AB 68 Accessory Dwelling Units

Investors Are Utilizing AB 68 To Add Tremendous Value to Their Multifamily Properties.

Local investors are taking advantage of California’s ADU (“Granny Flat”) Bill in a very big way.

What is California Assembly Bill 68 (AB 68)?

Passed by the California State Assembly in 2019, AB 68 legalized the widespread construction of “Granny Flats,” or Accessory Dwelling Units (ADUs), as easy-to-build affordable housing. ADUs are small, independent homes that are built alongside (or sometimes, within) an existing single- or multifamily home. In addition to traditional ADUs, AB 68 also legalized “junior” ADUs of 500 square feet or smaller, which must be built entirely within an existing home and have a functioning kitchen and bathroom.

Prior to AB 68, cities across California erected substantial barriers to their construction, including high fees, land use and permitting obstacles, and other “red tape.”

AB 68 addressed all these issues by:

  • Reducing the maximum time for approved permits from 120 days to 60
  • Eliminating local ordinances that had the effect of banning ADU construction, such as minimum lot sizes and floor area ratios
  • Eliminating the requirement that garages converted to ADUs include 1:1 replacement parking
  • Allowing by-right approval (i.e., minimal process) for both an ADU and a JADU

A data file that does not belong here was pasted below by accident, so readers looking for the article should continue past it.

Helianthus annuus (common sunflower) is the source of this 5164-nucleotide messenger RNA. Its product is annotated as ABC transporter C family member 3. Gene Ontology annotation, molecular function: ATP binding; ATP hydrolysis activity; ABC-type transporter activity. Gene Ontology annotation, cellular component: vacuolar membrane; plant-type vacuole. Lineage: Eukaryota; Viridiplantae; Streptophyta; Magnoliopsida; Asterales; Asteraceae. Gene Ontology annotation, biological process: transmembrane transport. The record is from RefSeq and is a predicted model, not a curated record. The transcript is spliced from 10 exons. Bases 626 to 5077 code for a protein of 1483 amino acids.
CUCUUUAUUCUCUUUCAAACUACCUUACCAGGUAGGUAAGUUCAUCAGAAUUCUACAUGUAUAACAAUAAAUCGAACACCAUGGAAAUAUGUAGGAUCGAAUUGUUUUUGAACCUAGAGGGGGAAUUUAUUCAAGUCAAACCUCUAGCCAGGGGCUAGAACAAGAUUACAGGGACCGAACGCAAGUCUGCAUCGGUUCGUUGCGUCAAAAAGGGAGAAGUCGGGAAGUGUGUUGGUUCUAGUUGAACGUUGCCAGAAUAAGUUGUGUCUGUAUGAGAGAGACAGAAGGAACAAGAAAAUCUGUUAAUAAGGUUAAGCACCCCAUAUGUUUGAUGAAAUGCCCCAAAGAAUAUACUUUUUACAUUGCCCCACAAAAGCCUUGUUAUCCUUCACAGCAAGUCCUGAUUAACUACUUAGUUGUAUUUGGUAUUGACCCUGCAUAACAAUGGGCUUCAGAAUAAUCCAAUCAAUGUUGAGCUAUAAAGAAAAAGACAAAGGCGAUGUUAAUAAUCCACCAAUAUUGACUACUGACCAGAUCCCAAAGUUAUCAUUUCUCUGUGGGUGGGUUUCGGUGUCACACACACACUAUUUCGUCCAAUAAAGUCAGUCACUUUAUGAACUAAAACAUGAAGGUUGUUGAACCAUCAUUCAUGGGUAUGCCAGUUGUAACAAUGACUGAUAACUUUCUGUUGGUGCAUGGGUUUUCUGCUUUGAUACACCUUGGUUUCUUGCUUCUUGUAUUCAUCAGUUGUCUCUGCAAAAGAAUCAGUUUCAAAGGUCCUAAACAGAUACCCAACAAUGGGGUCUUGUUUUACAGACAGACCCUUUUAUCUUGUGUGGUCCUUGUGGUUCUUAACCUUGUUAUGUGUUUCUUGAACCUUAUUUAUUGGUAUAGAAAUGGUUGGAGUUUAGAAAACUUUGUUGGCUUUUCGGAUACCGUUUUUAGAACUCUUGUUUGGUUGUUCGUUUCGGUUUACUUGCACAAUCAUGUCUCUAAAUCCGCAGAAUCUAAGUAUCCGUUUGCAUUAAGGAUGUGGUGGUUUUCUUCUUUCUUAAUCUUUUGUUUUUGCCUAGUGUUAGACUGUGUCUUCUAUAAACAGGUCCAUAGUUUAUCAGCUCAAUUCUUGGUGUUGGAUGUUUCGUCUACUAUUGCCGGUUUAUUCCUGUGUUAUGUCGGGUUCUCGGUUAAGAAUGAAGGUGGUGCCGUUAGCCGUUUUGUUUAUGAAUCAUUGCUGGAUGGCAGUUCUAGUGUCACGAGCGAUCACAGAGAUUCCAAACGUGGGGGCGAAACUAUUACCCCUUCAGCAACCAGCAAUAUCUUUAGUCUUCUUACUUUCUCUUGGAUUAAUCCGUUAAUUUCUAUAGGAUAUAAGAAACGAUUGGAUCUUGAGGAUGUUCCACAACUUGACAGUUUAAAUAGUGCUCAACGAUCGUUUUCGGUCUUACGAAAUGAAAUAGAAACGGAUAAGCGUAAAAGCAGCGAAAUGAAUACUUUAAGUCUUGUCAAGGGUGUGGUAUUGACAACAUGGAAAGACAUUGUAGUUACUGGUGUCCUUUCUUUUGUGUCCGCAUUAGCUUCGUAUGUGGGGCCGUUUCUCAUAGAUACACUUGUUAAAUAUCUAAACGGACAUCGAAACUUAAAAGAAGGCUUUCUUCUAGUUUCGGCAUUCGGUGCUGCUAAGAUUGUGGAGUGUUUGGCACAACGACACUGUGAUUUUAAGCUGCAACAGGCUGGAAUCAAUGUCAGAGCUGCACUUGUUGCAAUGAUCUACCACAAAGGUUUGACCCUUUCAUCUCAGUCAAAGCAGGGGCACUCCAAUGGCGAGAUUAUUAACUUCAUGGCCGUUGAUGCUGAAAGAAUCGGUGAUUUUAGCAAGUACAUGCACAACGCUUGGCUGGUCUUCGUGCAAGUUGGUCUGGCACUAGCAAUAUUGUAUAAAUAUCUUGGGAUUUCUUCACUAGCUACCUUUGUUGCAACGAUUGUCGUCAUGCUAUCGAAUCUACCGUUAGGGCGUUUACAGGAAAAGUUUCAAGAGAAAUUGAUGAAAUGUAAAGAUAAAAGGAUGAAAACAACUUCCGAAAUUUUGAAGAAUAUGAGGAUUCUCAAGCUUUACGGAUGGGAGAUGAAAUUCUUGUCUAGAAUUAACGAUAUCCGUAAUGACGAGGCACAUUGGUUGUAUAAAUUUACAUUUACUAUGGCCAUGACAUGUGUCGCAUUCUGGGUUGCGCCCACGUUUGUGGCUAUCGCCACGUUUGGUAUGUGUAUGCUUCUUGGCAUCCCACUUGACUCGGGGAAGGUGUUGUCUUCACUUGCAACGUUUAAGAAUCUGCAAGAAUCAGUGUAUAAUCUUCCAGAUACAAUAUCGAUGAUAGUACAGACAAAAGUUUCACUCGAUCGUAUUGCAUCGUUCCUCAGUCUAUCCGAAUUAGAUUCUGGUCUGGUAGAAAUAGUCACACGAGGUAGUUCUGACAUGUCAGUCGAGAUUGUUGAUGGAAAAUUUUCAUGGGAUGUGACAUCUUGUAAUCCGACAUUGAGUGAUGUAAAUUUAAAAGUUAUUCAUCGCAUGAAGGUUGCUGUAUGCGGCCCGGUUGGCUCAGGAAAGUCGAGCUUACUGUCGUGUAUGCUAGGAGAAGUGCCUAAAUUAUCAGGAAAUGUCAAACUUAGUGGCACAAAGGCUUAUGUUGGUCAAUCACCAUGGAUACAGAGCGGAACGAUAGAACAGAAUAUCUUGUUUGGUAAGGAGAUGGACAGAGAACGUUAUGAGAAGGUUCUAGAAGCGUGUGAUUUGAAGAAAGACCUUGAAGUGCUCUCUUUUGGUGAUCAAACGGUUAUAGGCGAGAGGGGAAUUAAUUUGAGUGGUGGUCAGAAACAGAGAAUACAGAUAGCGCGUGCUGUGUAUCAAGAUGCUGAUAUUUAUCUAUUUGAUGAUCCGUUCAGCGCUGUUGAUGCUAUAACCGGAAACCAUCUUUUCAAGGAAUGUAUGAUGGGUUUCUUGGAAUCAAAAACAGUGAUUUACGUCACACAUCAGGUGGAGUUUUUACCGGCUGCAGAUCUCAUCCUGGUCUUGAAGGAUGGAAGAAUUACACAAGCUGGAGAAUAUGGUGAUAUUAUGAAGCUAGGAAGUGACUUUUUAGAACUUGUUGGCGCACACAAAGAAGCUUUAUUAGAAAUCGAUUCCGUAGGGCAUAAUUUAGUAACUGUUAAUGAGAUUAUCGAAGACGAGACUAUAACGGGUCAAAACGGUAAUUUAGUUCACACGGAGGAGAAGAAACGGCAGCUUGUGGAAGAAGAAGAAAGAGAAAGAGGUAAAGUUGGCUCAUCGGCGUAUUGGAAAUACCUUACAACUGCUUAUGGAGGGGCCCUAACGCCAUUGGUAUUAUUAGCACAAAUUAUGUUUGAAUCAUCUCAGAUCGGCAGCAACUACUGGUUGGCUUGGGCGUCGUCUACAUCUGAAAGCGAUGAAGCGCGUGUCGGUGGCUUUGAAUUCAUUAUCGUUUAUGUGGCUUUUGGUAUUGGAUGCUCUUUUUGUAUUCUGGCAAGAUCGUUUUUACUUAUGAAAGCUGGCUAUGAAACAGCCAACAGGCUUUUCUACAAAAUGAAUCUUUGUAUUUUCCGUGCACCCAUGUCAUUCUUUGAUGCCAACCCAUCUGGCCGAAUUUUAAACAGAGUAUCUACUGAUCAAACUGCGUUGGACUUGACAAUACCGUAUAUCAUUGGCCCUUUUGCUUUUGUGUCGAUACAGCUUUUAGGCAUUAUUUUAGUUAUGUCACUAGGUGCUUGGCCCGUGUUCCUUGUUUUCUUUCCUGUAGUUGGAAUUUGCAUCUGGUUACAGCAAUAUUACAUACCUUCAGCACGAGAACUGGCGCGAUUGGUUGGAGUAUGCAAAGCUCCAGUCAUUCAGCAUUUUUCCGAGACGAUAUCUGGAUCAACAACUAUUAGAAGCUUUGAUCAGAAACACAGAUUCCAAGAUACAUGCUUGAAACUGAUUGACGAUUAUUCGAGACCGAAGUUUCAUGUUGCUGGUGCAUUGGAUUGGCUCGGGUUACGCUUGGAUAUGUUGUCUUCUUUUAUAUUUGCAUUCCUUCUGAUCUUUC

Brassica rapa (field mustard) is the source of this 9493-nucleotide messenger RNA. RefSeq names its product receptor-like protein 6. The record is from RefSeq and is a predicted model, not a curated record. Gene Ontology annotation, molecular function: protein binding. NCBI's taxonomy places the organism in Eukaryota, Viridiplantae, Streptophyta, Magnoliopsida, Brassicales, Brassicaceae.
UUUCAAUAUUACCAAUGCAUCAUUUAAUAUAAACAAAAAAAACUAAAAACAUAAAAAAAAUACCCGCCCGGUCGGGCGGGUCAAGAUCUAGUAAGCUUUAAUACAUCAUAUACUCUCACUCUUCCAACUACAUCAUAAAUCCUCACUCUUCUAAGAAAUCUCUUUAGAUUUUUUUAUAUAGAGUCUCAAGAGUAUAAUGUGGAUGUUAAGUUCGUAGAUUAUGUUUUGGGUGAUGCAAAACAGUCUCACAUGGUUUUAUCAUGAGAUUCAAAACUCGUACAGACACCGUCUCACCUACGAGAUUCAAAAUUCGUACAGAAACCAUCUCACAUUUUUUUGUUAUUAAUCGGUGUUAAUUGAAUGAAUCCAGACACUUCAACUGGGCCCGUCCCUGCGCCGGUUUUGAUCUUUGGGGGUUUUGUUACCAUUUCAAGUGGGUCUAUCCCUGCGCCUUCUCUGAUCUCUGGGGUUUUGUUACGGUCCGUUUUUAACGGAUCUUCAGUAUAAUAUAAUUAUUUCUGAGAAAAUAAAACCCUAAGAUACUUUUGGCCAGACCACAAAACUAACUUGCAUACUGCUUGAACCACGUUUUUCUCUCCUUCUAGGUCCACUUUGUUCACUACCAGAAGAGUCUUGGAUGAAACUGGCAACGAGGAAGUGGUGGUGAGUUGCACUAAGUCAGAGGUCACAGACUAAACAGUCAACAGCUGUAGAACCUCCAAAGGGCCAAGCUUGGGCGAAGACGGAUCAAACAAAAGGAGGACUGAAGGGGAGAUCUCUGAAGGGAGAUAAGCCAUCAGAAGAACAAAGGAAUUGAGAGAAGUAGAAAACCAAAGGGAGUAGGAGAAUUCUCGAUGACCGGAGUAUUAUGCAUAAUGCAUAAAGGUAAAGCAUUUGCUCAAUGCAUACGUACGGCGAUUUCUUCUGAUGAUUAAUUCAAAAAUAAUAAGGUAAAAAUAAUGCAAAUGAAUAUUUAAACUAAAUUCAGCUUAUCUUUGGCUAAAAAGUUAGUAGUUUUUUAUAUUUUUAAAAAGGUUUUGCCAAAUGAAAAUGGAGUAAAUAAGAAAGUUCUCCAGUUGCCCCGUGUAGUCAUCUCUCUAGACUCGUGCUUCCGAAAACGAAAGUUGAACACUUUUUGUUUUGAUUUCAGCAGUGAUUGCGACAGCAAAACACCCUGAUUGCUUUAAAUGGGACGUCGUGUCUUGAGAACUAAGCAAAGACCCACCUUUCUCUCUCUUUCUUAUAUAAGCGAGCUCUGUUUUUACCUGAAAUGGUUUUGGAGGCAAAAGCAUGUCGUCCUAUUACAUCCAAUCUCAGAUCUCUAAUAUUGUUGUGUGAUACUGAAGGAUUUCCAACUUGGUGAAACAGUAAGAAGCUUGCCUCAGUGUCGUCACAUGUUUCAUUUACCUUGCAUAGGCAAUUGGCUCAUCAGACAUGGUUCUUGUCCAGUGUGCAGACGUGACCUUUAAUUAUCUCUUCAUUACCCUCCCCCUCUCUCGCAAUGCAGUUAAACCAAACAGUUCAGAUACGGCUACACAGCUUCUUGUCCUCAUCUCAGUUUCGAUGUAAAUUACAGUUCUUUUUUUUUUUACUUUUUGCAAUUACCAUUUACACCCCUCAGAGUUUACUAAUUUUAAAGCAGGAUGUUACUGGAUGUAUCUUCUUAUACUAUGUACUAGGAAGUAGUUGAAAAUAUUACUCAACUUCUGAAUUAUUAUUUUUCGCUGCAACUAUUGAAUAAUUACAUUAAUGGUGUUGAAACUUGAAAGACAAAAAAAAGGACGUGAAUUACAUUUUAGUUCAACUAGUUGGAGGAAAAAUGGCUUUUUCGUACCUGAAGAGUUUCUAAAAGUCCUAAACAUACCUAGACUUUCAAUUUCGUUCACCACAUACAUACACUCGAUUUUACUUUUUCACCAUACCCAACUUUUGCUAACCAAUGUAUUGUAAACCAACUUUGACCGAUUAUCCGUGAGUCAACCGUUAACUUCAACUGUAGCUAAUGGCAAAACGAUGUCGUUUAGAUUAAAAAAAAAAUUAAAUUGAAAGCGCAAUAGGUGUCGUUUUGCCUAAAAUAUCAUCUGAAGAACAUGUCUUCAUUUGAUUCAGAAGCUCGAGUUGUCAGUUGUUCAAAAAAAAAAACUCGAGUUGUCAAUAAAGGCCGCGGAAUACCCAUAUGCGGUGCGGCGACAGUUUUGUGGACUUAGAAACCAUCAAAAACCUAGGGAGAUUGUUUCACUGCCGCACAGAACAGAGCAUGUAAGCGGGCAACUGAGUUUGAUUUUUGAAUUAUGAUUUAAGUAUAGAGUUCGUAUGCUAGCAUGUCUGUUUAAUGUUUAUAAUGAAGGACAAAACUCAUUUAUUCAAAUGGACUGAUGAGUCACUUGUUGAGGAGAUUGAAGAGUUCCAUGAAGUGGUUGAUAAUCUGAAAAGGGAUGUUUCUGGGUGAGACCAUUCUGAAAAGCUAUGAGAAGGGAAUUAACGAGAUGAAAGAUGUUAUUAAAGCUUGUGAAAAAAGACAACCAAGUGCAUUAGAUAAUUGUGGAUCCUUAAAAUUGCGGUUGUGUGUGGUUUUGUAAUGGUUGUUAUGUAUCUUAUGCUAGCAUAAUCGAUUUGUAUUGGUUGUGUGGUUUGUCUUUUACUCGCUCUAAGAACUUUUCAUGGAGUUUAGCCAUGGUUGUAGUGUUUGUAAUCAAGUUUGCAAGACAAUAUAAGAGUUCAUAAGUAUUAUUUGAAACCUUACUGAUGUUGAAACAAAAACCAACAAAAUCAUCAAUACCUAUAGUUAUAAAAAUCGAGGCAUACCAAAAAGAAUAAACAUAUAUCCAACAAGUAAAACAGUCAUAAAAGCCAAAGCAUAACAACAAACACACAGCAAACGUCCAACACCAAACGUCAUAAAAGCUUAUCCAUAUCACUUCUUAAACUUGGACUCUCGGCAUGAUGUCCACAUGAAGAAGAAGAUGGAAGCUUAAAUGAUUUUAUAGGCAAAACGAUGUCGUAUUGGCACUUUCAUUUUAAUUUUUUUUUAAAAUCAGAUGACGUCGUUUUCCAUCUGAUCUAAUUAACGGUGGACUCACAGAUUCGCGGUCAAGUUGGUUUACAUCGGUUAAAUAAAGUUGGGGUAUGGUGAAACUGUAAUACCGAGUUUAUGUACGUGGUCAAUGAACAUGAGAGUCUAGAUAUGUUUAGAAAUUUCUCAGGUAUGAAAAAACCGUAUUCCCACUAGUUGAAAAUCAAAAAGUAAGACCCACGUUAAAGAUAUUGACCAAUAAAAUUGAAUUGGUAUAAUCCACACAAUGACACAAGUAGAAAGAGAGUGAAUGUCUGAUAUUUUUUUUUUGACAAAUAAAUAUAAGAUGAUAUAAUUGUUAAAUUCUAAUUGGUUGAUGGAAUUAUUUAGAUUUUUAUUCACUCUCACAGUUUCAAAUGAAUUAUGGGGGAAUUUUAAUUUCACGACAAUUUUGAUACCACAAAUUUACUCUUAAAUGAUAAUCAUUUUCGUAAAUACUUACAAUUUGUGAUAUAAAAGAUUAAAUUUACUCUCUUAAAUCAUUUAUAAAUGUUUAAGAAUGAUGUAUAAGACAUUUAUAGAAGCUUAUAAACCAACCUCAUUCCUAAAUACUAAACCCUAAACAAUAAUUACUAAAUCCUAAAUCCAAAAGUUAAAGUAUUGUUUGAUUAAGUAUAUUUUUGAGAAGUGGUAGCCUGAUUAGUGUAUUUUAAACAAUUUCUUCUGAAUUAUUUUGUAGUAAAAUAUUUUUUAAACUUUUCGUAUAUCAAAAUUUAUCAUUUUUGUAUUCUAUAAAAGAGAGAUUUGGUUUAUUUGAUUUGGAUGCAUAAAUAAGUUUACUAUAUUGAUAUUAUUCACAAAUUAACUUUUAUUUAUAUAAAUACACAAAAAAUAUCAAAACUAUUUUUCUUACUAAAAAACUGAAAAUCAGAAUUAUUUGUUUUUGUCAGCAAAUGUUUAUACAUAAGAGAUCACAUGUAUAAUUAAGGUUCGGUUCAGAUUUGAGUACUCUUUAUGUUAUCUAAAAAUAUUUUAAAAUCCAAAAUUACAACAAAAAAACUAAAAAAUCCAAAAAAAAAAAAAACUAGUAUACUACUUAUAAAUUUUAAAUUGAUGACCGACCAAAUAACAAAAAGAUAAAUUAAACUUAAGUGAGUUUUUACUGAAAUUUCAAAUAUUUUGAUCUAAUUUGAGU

• Prohibiting cities from banning short-term rentals in ministerially-approved ADUs
  • Granting the state’s Department of Housing and Community Development the authority to evaluated whether local agencies’ ADU ordinances comply with state law
  • Existing single-family properties in California have the potential for roughly 1.8 million new ADUs.
  • Roughly 85 percent of these are single-family homes where building an ADU pencils out according to current construction costs and rents; the remainder are sites ideal for both an ADU and JADU

ADUs in the Los Angeles Multifamily Market

We have recently seen numerous clients of ours utilize AB 68 for their local multifamily properties by building one or even multiple ADUs on-site, in areas such as storage rooms, laundry rooms, attics, basements, garages, and soft story parking areas (as pictured above) – or as fully detached structures.